|First I have to disqualify myself as any sort of
hand-plane expert. I only have a few planes and I don't use the ones I have frequently. My
hand plane use tends to fall into the category of trim work mainly.
I received my plane in good condition, there really wasn't anything to do to it to get it ready to work, even the blade was sharp! I'm not one to hand-lap soles or polish mating parts to mirror finishes. I'm not above doing a few simple things to prep a tool but this one required none of that, it was ready to use right out of the box.
|The Veritas #4 ½ is basically intended to be a
general purpose bench plane with greater width and built sturdily enough to take the
forces one would rather not apply to smaller planes. The feel and heft of the plane is
significantly better than the Stanley plane I was used to using and the overall fit and
finish very good. About the only down side is that the handles aren't quite as pretty as
some of the more expensive planes.
The #4 ½ is somewhat different than the typical Stanley style planes. It has a moveable frog to position the blade within the mouth (opening). The frog, bed for the blade, and handle are all part of the same assembly separate from the rest of the plane body.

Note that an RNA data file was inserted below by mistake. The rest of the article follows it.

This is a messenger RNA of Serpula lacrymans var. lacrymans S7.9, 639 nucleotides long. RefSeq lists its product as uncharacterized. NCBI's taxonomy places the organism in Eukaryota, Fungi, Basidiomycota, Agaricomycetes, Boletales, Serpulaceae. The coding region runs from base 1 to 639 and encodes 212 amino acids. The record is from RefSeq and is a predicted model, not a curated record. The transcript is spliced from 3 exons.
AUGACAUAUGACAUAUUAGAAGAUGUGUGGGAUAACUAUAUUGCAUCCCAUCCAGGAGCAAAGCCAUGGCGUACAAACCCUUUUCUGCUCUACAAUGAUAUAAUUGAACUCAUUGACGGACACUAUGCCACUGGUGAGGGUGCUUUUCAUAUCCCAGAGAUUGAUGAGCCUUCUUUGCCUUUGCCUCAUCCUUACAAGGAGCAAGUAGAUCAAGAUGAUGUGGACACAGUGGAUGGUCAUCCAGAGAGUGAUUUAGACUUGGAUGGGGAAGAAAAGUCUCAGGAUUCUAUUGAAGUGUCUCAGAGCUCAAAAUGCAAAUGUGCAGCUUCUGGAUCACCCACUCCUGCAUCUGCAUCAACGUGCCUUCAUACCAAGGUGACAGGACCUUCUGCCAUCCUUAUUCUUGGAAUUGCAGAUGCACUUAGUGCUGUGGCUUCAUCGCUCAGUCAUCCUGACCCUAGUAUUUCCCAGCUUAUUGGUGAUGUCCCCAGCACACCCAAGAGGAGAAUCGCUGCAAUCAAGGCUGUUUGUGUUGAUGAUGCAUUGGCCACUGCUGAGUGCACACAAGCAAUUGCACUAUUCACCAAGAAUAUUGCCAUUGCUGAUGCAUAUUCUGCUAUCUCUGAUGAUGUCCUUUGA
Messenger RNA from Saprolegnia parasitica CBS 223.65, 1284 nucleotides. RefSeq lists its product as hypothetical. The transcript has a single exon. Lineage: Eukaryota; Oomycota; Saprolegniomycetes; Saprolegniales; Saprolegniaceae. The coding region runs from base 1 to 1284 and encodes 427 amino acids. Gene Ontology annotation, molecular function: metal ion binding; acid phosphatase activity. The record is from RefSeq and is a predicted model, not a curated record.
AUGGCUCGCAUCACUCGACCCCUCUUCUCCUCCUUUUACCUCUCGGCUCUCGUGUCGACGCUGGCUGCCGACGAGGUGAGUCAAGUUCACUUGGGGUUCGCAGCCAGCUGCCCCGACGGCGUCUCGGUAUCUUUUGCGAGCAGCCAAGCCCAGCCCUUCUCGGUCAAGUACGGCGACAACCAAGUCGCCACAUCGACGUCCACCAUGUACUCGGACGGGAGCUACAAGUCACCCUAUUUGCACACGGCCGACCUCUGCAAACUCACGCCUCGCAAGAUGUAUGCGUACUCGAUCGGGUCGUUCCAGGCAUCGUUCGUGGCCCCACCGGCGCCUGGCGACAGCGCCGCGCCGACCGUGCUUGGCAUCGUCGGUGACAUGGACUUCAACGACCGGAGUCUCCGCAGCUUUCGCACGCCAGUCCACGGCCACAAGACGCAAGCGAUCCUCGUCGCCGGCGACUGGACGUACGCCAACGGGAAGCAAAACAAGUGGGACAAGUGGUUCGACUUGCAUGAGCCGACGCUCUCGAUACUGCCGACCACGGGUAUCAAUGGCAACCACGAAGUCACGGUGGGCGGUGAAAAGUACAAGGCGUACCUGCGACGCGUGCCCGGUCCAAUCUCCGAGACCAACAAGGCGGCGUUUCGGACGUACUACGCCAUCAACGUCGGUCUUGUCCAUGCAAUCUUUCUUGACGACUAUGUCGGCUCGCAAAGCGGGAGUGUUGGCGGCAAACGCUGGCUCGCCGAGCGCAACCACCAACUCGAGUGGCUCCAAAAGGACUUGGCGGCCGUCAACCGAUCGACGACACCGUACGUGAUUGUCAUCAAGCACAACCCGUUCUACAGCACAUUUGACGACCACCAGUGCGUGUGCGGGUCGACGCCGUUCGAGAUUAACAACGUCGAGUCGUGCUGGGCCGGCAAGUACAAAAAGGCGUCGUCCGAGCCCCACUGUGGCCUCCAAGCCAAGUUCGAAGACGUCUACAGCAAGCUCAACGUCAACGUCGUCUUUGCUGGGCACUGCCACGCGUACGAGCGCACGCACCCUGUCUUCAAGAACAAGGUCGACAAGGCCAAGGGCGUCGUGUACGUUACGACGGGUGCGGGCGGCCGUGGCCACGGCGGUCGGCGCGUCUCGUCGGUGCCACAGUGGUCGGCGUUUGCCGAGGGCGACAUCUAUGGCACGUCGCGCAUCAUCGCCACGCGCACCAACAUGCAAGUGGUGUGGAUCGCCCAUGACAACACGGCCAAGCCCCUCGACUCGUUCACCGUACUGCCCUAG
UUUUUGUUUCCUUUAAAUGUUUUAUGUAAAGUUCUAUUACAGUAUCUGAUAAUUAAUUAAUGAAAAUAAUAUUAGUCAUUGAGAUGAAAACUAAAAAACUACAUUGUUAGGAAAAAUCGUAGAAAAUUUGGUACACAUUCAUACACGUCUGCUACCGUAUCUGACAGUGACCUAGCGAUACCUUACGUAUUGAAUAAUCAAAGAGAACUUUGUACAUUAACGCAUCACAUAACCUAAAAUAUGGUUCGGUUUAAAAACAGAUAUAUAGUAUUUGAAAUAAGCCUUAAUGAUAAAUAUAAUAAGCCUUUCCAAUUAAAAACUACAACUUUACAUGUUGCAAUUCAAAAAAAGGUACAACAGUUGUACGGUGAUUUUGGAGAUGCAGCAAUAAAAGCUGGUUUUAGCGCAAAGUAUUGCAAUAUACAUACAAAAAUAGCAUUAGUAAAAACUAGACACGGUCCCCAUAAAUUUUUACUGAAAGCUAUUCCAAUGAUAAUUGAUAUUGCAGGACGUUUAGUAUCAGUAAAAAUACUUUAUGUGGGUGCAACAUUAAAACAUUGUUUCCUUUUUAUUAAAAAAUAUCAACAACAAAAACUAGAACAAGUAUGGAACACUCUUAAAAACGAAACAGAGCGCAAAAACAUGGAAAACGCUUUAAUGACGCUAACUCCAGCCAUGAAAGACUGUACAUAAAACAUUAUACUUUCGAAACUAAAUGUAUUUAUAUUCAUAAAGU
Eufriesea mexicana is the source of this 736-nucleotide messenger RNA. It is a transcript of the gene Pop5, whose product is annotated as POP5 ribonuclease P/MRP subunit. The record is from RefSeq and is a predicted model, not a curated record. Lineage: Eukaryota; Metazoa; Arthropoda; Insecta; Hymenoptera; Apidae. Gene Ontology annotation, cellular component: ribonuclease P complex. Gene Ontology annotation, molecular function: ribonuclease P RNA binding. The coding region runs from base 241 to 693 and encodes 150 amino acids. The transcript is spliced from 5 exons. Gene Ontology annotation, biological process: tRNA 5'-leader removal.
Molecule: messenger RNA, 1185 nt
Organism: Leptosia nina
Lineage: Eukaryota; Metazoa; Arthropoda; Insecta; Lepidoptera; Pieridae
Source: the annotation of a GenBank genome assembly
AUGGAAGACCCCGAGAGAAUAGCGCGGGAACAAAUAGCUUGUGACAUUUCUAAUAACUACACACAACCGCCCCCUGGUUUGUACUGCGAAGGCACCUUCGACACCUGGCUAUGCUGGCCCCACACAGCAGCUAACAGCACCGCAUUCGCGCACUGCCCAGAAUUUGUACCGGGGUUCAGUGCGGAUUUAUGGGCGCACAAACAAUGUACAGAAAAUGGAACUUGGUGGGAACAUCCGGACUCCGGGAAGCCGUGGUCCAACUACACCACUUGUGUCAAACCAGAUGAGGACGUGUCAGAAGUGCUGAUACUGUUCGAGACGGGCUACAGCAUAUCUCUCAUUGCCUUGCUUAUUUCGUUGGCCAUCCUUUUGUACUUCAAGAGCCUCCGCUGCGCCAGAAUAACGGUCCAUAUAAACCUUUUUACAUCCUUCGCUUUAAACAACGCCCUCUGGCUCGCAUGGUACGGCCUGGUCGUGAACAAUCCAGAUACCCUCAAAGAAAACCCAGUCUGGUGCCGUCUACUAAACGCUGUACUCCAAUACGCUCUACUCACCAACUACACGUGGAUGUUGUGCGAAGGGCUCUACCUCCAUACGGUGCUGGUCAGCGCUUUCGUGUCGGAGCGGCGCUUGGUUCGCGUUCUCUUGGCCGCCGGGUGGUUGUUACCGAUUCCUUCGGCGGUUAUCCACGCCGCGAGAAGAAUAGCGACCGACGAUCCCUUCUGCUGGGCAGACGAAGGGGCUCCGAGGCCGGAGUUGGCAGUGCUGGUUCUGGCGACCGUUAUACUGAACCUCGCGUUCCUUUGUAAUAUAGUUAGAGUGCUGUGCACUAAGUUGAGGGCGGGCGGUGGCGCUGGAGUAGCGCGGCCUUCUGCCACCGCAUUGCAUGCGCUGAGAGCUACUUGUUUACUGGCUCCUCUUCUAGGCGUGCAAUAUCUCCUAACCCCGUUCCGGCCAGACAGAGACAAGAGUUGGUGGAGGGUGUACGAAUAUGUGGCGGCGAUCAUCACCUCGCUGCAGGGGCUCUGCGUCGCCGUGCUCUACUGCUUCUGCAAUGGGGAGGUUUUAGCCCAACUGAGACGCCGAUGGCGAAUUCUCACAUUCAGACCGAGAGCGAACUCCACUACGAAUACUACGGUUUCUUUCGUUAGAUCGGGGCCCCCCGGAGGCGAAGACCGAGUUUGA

The handle in particular is tied to this assembly at both the top and bottom. Other planes of this type are bolted to the sole of the plane at the bottom only. Supposedly the way the handle is attached allows for better operation by allowing one to transmit force more directly to the work. I don't know if that is true or not but the handle has a very rigid feel to it.
The blade adjustment mechanism allows for both lateral and depth changes. Changing either is very precise with minimal backlash in the depth adjustment. Like their block plane, the #4 ½ has two small set screws in the body which constrain the blade laterally. I think these screws are one of the best ideas the Veritas brand planes have; my theory is that they help stabilize the blade as well. The blade is held in place by a thick cap, it supports the blade almost all the way to the cutting edge. This seems like a fundamentally better way of holding the blade to the body, much better than the comparatively anemic Stanley cap design.
The plane works fairly well but not as good overall as the ECE Smoother plane. I occasionally experience some chatter at the beginning of a cut but I believe that is due mostly to the short sole length before the blade and my technique. Chips also have a tendency to build up in the plane, mainly because my hand partially covers their egress. Aside from that the plane is okay, certainly not the best I own.